For Immediate Release: June 4, 2007
“Taylor’s trial is significant because it shows that even very powerful figures, including heads of state, can be held accountable for crimes against humanity. These kinds of proceedings, we believe, serve to deter others who would commit mass atrocities as a deliberate strategy to seize and maintain power.
“To complete the trial of Charles Taylor and the eight others currently being prosecuted, the Special Court for Sierra Leone needs approximately $60 million more. The Special Court currently has funding only through October 2007. While more than 40 countries have contributed since the Court’s inception in 2002, four of these donors — the United States, the United Kingdom, the Netherlands and Canada – have supplied approximately 80% of the money thus far.
“In order for justice to be done in the case of Charles Taylor and the other defendants, the Special Court needs resources to complete its work. Existing donors need to keep giving generously, and others must step up. In particular, the United States should continue its strong support. But the Court needs support other than money as well. Countries should also assist with the enforcement of sentences and protection of witnesses. Only three countries have agreed to provide prison facilities to incarcerate those convicted by the Court, and only five countries have agreed to assist with witness relocation.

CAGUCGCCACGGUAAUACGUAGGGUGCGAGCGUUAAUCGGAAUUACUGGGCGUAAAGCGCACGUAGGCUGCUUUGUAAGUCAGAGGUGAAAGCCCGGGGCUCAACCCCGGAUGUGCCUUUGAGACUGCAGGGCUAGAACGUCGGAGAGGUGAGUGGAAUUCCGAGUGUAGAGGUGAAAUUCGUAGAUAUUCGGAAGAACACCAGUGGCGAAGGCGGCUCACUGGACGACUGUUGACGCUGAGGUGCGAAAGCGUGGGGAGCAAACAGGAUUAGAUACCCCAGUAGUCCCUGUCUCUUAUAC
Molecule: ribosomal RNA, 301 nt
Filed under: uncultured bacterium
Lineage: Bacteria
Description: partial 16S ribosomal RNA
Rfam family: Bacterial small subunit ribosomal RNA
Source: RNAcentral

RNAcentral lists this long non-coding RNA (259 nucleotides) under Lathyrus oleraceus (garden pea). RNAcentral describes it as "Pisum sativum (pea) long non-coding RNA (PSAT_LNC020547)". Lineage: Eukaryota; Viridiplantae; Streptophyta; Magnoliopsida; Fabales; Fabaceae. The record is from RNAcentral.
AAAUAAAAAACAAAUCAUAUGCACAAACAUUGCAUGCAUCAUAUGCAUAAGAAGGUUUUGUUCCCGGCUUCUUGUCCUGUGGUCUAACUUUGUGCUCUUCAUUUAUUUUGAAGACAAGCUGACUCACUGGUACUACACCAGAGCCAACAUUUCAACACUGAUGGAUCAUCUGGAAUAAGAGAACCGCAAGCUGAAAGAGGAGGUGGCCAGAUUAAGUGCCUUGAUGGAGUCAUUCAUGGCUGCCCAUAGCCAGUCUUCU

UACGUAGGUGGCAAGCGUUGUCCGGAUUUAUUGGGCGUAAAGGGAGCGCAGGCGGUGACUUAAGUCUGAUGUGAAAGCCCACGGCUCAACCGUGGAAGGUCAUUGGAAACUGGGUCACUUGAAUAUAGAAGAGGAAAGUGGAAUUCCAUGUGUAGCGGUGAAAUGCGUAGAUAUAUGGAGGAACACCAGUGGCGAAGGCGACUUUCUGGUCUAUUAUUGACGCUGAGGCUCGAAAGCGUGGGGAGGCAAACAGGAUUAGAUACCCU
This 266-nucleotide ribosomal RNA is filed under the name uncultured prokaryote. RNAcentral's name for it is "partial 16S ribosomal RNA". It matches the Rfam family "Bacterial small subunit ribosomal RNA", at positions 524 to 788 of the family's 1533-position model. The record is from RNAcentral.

“Compensation and restitution are potentially critical aspects of justice and accountability, but the Court lacks the capacity to trace the assets of Taylor and other accused who plundered the resources of Liberia and Sierra Leone. The U.S. and other countries should step forward to track these assets in case they can be used in the future to compensate victims.”